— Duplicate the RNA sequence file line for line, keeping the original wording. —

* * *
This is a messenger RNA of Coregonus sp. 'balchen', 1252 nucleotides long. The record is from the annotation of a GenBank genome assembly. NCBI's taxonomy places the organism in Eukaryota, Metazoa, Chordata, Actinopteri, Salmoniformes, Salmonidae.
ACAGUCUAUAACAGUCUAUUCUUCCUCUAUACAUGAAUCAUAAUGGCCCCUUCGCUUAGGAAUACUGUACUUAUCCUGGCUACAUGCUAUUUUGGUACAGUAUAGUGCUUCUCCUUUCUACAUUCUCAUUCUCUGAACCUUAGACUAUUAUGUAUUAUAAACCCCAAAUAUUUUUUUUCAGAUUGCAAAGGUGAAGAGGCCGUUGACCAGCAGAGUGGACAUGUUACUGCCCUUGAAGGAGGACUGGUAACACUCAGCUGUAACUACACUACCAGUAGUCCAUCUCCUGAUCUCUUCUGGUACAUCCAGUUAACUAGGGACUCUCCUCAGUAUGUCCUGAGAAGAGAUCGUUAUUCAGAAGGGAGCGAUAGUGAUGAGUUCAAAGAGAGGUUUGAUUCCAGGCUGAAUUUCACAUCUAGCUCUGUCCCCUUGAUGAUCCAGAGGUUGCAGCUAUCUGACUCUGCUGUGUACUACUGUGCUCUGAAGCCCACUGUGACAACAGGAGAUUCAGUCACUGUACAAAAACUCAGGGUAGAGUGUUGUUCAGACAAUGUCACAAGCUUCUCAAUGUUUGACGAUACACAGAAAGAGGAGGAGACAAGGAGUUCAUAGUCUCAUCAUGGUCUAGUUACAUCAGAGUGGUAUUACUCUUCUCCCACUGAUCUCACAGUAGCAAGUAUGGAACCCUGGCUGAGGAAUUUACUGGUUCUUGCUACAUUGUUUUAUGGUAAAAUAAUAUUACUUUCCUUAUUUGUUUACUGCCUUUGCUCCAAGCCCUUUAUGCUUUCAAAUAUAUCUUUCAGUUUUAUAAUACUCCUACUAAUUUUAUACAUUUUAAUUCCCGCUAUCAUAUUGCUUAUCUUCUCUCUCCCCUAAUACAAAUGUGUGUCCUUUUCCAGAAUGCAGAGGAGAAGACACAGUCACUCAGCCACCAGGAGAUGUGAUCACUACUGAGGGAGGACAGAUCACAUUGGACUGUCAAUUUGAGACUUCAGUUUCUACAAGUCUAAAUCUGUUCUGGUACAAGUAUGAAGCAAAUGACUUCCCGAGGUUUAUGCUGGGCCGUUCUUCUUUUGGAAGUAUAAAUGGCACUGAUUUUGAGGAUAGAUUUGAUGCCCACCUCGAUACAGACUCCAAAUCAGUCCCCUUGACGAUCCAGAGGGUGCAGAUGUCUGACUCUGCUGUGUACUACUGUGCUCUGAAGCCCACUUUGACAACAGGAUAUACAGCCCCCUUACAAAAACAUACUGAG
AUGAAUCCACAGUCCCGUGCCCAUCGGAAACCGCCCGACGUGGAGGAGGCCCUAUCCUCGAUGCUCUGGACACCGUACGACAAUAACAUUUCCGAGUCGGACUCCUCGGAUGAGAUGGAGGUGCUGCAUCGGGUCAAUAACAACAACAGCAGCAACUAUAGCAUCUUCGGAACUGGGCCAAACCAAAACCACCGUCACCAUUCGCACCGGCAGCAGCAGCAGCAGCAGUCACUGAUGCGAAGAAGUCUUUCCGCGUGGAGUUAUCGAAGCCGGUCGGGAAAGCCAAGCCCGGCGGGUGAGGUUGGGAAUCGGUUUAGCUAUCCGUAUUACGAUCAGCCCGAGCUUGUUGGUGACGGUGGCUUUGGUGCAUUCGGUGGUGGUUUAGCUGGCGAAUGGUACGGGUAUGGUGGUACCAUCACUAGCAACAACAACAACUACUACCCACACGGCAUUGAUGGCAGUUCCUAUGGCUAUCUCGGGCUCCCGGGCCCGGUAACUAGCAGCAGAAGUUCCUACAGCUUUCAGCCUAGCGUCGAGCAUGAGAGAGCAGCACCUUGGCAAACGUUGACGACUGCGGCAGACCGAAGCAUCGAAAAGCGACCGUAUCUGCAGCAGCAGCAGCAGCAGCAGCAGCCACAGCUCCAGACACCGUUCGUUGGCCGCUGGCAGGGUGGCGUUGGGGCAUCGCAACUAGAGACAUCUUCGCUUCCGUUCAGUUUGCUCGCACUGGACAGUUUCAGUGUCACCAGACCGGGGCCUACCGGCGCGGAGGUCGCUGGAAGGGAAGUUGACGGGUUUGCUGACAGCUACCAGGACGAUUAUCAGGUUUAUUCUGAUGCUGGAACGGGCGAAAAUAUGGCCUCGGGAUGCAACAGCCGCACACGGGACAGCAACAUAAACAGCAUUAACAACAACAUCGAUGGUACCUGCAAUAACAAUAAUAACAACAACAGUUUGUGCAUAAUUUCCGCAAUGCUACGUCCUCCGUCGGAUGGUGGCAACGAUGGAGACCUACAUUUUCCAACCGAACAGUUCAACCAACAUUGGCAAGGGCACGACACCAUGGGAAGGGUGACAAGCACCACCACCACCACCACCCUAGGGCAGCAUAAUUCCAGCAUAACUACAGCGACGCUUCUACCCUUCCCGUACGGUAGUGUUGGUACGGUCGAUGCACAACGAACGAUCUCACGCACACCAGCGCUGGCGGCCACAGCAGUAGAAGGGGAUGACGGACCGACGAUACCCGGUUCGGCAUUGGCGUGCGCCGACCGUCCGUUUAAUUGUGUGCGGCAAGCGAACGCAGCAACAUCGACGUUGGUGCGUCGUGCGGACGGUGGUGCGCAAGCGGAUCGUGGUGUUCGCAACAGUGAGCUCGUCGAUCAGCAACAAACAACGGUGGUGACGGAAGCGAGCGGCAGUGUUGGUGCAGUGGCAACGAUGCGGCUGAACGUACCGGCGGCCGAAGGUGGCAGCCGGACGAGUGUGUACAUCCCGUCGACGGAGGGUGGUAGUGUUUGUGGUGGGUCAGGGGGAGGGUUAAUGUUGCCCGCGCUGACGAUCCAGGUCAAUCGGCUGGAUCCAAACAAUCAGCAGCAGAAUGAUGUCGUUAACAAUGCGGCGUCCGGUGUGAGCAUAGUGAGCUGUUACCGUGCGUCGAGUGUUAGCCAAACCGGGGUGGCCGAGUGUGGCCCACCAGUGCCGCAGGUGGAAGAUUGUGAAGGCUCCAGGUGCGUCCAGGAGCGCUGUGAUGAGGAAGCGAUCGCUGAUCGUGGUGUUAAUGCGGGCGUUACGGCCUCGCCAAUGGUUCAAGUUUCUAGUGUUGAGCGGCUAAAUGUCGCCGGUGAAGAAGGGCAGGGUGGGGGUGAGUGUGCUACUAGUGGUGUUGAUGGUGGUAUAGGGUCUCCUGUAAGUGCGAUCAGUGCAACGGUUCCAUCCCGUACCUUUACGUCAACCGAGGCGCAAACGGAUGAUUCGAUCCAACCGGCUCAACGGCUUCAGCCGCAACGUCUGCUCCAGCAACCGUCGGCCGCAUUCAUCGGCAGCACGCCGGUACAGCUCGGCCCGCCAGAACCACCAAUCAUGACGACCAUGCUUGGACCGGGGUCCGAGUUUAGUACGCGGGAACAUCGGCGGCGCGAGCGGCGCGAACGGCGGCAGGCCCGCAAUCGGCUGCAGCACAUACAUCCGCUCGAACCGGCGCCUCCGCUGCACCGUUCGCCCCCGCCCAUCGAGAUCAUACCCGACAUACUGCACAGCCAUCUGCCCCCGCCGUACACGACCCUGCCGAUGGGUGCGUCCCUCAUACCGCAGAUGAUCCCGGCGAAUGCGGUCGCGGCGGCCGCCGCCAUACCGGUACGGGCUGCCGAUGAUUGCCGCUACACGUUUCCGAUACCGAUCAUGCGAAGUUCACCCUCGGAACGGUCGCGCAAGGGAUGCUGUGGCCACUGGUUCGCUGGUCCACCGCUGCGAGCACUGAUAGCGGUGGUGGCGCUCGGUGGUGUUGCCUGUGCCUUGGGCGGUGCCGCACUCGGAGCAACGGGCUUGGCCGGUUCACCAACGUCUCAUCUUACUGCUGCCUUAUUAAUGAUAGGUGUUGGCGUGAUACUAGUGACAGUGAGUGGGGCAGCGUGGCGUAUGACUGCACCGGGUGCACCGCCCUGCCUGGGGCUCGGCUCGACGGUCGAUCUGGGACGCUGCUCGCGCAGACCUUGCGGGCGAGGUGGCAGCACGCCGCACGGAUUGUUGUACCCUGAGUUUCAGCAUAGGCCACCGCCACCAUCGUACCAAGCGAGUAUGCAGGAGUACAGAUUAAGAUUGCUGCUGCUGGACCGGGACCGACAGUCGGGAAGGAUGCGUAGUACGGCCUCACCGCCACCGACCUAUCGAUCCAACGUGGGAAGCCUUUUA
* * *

This is a messenger RNA of Coregonus sp. 'balchen', 1252 nucleotides long. The record is from the annotation of a GenBank genome assembly. NCBI's taxonomy places the organism in Eukaryota, Metazoa, Chordata, Actinopteri, Salmoniformes, Salmonidae.
ACAGUCUAUAACAGUCUAUUCUUCCUCUAUACAUGAAUCAUAAUGGCCCCUUCGCUUAGGAAUACUGUACUUAUCCUGGCUACAUGCUAUUUUGGUACAGUAUAGUGCUUCUCCUUUCUACAUUCUCAUUCUCUGAACCUUAGACUAUUAUGUAUUAUAAACCCCAAAUAUUUUUUUUCAGAUUGCAAAGGUGAAGAGGCCGUUGACCAGCAGAGUGGACAUGUUACUGCCCUUGAAGGAGGACUGGUAACACUCAGCUGUAACUACACUACCAGUAGUCCAUCUCCUGAUCUCUUCUGGUACAUCCAGUUAACUAGGGACUCUCCUCAGUAUGUCCUGAGAAGAGAUCGUUAUUCAGAAGGGAGCGAUAGUGAUGAGUUCAAAGAGAGGUUUGAUUCCAGGCUGAAUUUCACAUCUAGCUCUGUCCCCUUGAUGAUCCAGAGGUUGCAGCUAUCUGACUCUGCUGUGUACUACUGUGCUCUGAAGCCCACUGUGACAACAGGAGAUUCAGUCACUGUACAAAAACUCAGGGUAGAGUGUUGUUCAGACAAUGUCACAAGCUUCUCAAUGUUUGACGAUACACAGAAAGAGGAGGAGACAAGGAGUUCAUAGUCUCAUCAUGGUCUAGUUACAUCAGAGUGGUAUUACUCUUCUCCCACUGAUCUCACAGUAGCAAGUAUGGAACCCUGGCUGAGGAAUUUACUGGUUCUUGCUACAUUGUUUUAUGGUAAAAUAAUAUUACUUUCCUUAUUUGUUUACUGCCUUUGCUCCAAGCCCUUUAUGCUUUCAAAUAUAUCUUUCAGUUUUAUAAUACUCCUACUAAUUUUAUACAUUUUAAUUCCCGCUAUCAUAUUGCUUAUCUUCUCUCUCCCCUAAUACAAAUGUGUGUCCUUUUCCAGAAUGCAGAGGAGAAGACACAGUCACUCAGCCACCAGGAGAUGUGAUCACUACUGAGGGAGGACAGAUCACAUUGGACUGUCAAUUUGAGACUUCAGUUUCUACAAGUCUAAAUCUGUUCUGGUACAAGUAUGAAGCAAAUGACUUCCCGAGGUUUAUGCUGGGCCGUUCUUCUUUUGGAAGUAUAAAUGGCACUGAUUUUGAGGAUAGAUUUGAUGCCCACCUCGAUACAGACUCCAAAUCAGUCCCCUUGACGAUCCAGAGGGUGCAGAUGUCUGACUCUGCUGUGUACUACUGUGCUCUGAAGCCCACUUUGACAACAGGAUAUACAGCCCCCUUACAAAAACAUACUGAG
AUGAAUCCACAGUCCCGUGCCCAUCGGAAACCGCCCGACGUGGAGGAGGCCCUAUCCUCGAUGCUCUGGACACCGUACGACAAUAACAUUUCCGAGUCGGACUCCUCGGAUGAGAUGGAGGUGCUGCAUCGGGUCAAUAACAACAACAGCAGCAACUAUAGCAUCUUCGGAACUGGGCCAAACCAAAACCACCGUCACCAUUCGCACCGGCAGCAGCAGCAGCAGCAGUCACUGAUGCGAAGAAGUCUUUCCGCGUGGAGUUAUCGAAGCCGGUCGGGAAAGCCAAGCCCGGCGGGUGAGGUUGGGAAUCGGUUUAGCUAUCCGUAUUACGAUCAGCCCGAGCUUGUUGGUGACGGUGGCUUUGGUGCAUUCGGUGGUGGUUUAGCUGGCGAAUGGUACGGGUAUGGUGGUACCAUCACUAGCAACAACAACAACUACUACCCACACGGCAUUGAUGGCAGUUCCUAUGGCUAUCUCGGGCUCCCGGGCCCGGUAACUAGCAGCAGAAGUUCCUACAGCUUUCAGCCUAGCGUCGAGCAUGAGAGAGCAGCACCUUGGCAAACGUUGACGACUGCGGCAGACCGAAGCAUCGAAAAGCGACCGUAUCUGCAGCAGCAGCAGCAGCAGCAGCAGCCACAGCUCCAGACACCGUUCGUUGGCCGCUGGCAGGGUGGCGUUGGGGCAUCGCAACUAGAGACAUCUUCGCUUCCGUUCAGUUUGCUCGCACUGGACAGUUUCAGUGUCACCAGACCGGGGCCUACCGGCGCGGAGGUCGCUGGAAGGGAAGUUGACGGGUUUGCUGACAGCUACCAGGACGAUUAUCAGGUUUAUUCUGAUGCUGGAACGGGCGAAAAUAUGGCCUCGGGAUGCAACAGCCGCACACGGGACAGCAACAUAAACAGCAUUAACAACAACAUCGAUGGUACCUGCAAUAACAAUAAUAACAACAACAGUUUGUGCAUAAUUUCCGCAAUGCUACGUCCUCCGUCGGAUGGUGGCAACGAUGGAGACCUACAUUUUCCAACCGAACAGUUCAACCAACAUUGGCAAGGGCACGACACCAUGGGAAGGGUGACAAGCACCACCACCACCACCACCCUAGGGCAGCAUAAUUCCAGCAUAACUACAGCGACGCUUCUACCCUUCCCGUACGGUAGUGUUGGUACGGUCGAUGCACAACGAACGAUCUCACGCACACCAGCGCUGGCGGCCACAGCAGUAGAAGGGGAUGACGGACCGACGAUACCCGGUUCGGCAUUGGCGUGCGCCGACCGUCCGUUUAAUUGUGUGCGGCAAGCGAACGCAGCAACAUCGACGUUGGUGCGUCGUGCGGACGGUGGUGCGCAAGCGGAUCGUGGUGUUCGCAACAGUGAGCUCGUCGAUCAGCAACAAACAACGGUGGUGACGGAAGCGAGCGGCAGUGUUGGUGCAGUGGCAACGAUGCGGCUGAACGUACCGGCGGCCGAAGGUGGCAGCCGGACGAGUGUGUACAUCCCGUCGACGGAGGGUGGUAGUGUUUGUGGUGGGUCAGGGGGAGGGUUAAUGUUGCCCGCGCUGACGAUCCAGGUCAAUCGGCUGGAUCCAAACAAUCAGCAGCAGAAUGAUGUCGUUAACAAUGCGGCGUCCGGUGUGAGCAUAGUGAGCUGUUACCGUGCGUCGAGUGUUAGCCAAACCGGGGUGGCCGAGUGUGGCCCACCAGUGCCGCAGGUGGAAGAUUGUGAAGGCUCCAGGUGCGUCCAGGAGCGCUGUGAUGAGGAAGCGAUCGCUGAUCGUGGUGUUAAUGCGGGCGUUACGGCCUCGCCAAUGGUUCAAGUUUCUAGUGUUGAGCGGCUAAAUGUCGCCGGUGAAGAAGGGCAGGGUGGGGGUGAGUGUGCUACUAGUGGUGUUGAUGGUGGUAUAGGGUCUCCUGUAAGUGCGAUCAGUGCAACGGUUCCAUCCCGUACCUUUACGUCAACCGAGGCGCAAACGGAUGAUUCGAUCCAACCGGCUCAACGGCUUCAGCCGCAACGUCUGCUCCAGCAACCGUCGGCCGCAUUCAUCGGCAGCACGCCGGUACAGCUCGGCCCGCCAGAACCACCAAUCAUGACGACCAUGCUUGGACCGGGGUCCGAGUUUAGUACGCGGGAACAUCGGCGGCGCGAGCGGCGCGAACGGCGGCAGGCCCGCAAUCGGCUGCAGCACAUACAUCCGCUCGAACCGGCGCCUCCGCUGCACCGUUCGCCCCCGCCCAUCGAGAUCAUACCCGACAUACUGCACAGCCAUCUGCCCCCGCCGUACACGACCCUGCCGAUGGGUGCGUCCCUCAUACCGCAGAUGAUCCCGGCGAAUGCGGUCGCGGCGGCCGCCGCCAUACCGGUACGGGCUGCCGAUGAUUGCCGCUACACGUUUCCGAUACCGAUCAUGCGAAGUUCACCCUCGGAACGGUCGCGCAAGGGAUGCUGUGGCCACUGGUUCGCUGGUCCACCGCUGCGAGCACUGAUAGCGGUGGUGGCGCUCGGUGGUGUUGCCUGUGCCUUGGGCGGUGCCGCACUCGGAGCAACGGGCUUGGCCGGUUCACCAACGUCUCAUCUUACUGCUGCCUUAUUAAUGAUAGGUGUUGGCGUGAUACUAGUGACAGUGAGUGGGGCAGCGUGGCGUAUGACUGCACCGGGUGCACCGCCCUGCCUGGGGCUCGGCUCGACGGUCGAUCUGGGACGCUGCUCGCGCAGACCUUGCGGGCGAGGUGGCAGCACGCCGCACGGAUUGUUGUACCCUGAGUUUCAGCAUAGGCCACCGCCACCAUCGUACCAAGCGAGUAUGCAGGAGUACAGAUUAAGAUUGCUGCUGCUGGACCGGGACCGACAGUCGGGAAGGAUGCGUAGUACGGCCUCACCGCCACCGACCUAUCGAUCCAACGUGGGAAGCCUUUUA